Christmas is now over and naturally our thoughts turn to the new year. With only a week left in 2003, I think back over this year and know that there were times that I disregarded God in my life. I think that I must not be alone.
Two or three years ago an attempt was made by some in Fort Lauderdale, Fla., to bring God back into the awareness of the general population. Consequently, an advertising agency launched a non-denominational billboard campaign that included signs along the highways and inside and outside buses. The series of ads constituted 17 different messages.
So as motorists of Fort Lauderdale cross the streets and intersections, ride the buses and drive the highways of their area, these signs are strategically placed to give those passing by something to think about. One such billboard along a highway has this message: “My Way is the Highway. — GOD.”
We cannot unlock the unknown future and prepare ourselves for the uncharted roads of 2004. Yet think about the road you are presently traveling. What is the “high way” for the Christian? Did you travel the high way in 2003 or the low road?
Examine your own personal road from 2003. Specifically, how would your words and deeds be characterized in 2003?
Words are very important and a double message is given when people claim to know God and profess to live a godly life, but their talk does not measure up to what they profess. The New Testament writer James verified this: “Out of the same mouth come praise and cursing. This should not be.” (James 3:10). What about your words in 2003?
Now what about deeds? Heed the words of James, who wrote: “Anyone then who knows the good he ought to do and doesn’t do it, sins.” (James 4:17) Doing good when we know in our heart that we ought to do the right thing is critical for Christians. Being available to God and willing to do those things is what He asks of us. It takes a commitment. How much good did you do in 2003?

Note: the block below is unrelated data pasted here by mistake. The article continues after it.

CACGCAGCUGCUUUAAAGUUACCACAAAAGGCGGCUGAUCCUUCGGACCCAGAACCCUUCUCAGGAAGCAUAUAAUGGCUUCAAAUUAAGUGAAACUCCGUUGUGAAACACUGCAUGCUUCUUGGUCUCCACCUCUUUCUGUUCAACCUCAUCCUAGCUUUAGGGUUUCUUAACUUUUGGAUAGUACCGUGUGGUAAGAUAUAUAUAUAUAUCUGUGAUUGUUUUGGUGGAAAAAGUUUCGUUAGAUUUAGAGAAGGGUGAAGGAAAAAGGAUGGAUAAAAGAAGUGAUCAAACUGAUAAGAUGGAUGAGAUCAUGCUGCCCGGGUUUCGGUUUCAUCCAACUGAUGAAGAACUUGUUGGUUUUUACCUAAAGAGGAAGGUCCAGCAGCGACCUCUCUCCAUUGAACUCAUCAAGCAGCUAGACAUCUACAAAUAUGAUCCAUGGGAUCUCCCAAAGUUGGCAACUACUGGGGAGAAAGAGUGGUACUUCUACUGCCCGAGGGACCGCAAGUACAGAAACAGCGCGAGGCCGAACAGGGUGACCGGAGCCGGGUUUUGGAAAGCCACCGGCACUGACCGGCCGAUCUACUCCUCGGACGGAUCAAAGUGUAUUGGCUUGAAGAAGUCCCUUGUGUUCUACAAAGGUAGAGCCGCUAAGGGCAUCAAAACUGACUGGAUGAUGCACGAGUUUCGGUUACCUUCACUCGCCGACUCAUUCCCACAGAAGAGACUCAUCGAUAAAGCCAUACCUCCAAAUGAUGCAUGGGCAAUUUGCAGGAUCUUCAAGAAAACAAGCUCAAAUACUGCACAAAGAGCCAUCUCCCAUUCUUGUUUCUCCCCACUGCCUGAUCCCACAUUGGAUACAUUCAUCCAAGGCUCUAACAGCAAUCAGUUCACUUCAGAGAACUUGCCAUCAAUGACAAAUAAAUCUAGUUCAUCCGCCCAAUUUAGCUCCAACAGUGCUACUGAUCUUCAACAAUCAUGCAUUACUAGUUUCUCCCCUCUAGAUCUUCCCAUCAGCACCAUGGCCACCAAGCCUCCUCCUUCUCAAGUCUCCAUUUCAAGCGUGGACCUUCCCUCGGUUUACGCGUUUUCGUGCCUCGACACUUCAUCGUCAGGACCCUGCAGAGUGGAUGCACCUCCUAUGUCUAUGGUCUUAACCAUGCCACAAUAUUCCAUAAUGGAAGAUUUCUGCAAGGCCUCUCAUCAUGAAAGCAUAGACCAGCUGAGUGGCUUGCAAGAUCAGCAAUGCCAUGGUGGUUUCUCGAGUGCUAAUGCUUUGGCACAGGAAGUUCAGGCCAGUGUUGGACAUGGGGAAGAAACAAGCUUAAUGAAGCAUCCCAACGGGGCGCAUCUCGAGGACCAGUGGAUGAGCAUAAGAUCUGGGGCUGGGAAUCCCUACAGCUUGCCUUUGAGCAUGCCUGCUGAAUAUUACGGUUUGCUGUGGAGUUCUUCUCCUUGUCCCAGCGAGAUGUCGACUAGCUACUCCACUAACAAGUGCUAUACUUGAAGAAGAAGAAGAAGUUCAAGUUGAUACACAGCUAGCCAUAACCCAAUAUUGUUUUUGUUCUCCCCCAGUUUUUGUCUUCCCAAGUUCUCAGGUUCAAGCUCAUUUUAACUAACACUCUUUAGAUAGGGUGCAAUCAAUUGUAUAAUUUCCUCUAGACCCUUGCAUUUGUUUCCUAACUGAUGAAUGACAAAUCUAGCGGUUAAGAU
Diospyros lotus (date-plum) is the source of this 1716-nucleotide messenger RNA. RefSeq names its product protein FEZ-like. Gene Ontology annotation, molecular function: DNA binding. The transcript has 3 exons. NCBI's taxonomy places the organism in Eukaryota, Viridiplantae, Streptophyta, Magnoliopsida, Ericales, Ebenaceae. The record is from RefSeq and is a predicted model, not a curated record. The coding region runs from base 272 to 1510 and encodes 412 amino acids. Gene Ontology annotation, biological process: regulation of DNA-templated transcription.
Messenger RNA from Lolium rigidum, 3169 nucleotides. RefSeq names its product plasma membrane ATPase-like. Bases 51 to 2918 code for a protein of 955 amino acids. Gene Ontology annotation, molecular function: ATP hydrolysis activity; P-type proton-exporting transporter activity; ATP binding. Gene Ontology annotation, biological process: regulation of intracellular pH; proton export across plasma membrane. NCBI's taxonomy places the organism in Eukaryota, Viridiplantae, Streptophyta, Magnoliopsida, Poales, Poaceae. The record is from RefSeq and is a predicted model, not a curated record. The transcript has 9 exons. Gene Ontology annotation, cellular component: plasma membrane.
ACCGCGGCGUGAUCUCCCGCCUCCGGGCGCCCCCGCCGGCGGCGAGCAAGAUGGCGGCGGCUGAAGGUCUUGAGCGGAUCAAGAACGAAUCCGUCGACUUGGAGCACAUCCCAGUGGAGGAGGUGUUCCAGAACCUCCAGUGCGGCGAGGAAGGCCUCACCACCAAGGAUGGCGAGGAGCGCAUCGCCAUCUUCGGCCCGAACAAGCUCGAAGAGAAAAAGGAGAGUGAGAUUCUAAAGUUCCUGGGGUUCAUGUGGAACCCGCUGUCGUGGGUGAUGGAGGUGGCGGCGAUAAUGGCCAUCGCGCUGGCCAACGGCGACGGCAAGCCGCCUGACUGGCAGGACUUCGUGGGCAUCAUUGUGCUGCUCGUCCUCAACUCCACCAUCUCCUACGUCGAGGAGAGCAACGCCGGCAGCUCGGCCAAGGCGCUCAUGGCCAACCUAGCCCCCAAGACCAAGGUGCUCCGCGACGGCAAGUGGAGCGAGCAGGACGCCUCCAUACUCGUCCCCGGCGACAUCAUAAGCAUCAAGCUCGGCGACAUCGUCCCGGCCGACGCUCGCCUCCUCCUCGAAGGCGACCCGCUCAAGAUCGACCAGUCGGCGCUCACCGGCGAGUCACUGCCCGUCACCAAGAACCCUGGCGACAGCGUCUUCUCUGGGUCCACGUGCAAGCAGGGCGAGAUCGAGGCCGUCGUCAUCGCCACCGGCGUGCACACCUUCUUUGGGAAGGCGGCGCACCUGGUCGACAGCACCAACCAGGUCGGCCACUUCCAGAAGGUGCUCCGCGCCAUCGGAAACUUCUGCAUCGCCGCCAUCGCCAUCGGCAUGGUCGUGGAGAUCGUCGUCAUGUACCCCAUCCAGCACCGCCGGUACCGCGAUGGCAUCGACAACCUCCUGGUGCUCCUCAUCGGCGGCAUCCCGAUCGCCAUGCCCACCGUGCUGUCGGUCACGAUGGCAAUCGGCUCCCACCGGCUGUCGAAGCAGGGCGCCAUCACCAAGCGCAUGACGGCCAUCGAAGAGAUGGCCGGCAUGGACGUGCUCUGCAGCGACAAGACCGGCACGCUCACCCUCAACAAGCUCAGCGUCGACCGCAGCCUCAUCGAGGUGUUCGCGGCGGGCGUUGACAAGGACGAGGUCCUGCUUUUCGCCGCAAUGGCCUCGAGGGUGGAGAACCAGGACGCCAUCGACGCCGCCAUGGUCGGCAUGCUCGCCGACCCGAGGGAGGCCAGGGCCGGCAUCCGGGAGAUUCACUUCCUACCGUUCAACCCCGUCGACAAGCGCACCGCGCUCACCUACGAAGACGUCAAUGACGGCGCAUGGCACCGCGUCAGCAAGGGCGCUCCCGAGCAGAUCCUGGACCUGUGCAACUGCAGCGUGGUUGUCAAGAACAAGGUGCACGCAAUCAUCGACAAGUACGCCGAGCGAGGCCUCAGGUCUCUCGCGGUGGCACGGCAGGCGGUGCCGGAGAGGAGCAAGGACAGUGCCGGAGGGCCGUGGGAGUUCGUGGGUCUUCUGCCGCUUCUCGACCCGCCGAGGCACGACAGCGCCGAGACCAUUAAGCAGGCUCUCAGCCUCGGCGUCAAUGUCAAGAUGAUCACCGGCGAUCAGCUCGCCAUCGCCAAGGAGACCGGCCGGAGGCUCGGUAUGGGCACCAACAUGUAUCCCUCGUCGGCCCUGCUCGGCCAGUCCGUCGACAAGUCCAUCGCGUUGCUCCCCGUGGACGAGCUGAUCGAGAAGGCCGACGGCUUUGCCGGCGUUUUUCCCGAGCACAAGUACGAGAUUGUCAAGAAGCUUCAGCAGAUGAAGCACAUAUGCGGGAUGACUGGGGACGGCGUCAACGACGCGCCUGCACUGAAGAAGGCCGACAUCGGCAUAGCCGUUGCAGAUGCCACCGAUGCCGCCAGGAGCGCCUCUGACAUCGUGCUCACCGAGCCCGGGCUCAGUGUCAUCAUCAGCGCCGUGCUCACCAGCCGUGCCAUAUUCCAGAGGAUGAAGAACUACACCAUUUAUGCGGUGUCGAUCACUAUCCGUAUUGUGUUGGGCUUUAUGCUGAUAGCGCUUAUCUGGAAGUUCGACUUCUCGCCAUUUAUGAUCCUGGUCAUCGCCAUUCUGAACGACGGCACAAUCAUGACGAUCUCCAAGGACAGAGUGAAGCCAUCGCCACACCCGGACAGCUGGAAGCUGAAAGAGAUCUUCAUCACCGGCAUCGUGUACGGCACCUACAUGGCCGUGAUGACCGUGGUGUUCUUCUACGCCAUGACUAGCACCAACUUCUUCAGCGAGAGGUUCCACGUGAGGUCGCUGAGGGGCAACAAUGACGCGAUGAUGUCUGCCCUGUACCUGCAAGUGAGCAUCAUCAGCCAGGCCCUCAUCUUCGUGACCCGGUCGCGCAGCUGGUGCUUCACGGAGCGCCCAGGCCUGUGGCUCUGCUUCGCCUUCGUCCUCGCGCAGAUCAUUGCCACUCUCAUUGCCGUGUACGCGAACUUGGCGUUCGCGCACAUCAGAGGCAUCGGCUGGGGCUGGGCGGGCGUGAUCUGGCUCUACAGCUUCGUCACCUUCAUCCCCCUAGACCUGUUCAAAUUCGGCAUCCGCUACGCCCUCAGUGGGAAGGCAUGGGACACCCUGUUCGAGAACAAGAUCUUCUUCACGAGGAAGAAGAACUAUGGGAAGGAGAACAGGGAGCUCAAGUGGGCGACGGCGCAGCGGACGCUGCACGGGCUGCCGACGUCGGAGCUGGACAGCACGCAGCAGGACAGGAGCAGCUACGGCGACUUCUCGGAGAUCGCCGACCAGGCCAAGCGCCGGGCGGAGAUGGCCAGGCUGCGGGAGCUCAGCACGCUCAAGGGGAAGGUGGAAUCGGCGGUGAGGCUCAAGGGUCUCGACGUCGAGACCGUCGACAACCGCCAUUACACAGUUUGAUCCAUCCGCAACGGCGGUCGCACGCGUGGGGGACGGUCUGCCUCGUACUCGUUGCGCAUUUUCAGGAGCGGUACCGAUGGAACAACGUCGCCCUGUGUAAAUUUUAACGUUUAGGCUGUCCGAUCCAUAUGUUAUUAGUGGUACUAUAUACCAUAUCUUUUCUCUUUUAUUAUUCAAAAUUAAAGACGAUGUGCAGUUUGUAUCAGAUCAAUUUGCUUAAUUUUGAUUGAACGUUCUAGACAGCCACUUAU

Amos the prophet warned the people against having plenty and even wasting some and not sharing it with the needy. Today scores of people in society are suffering. Sharing means not just sharing the essentials in life, but it means reaching out to others by changing our attitudes toward people. In this way we help and encourage them. We can help them not only physically but also emotionally and spiritually.
I heard a story of a husband and wife in Madagascar who felt a need to minister to the prisoners in the overcrowded prisons. They prayed for God to give them direction in their efforts. So, he as a schoolteacher and she as a secretary started saving money from their incomes and decided that they would take it upon themselves to feed the 700 prisoners at the nearby prison once a week. They spoke with the prison officials and readily received clearance, because the prison system didn’t have enough food to sufficiently feed everyone every day. The couple shared their vision with other friends, took donations of food and other things and began to start their cooking mission.
Every week on Mondays they started preparing their stew mixture for that week. The endeavor took Monday night, Tuesday night, and Wednesday night. By Thursday, the meal for 700 prisoners was ready.
Then after work they would cart all those pots of strew out to the prison and actually set up a soup line in the prison and feed the prisoners. Doing good … that example seems unbelievable but it is true.
By the way, another sign on those Florida billboards reads: “Will The Road You’re On Get You to My Place? — GOD.” The first step in charting unknown territory is trusting Christ as savior. Direction then is always available to us from God. We don’t have to have a billboard though … his advice and guidance is just a prayer away. That is a good thought for 2004.
Judy Brandon is an instructor at Clovis Community College. Contact her at: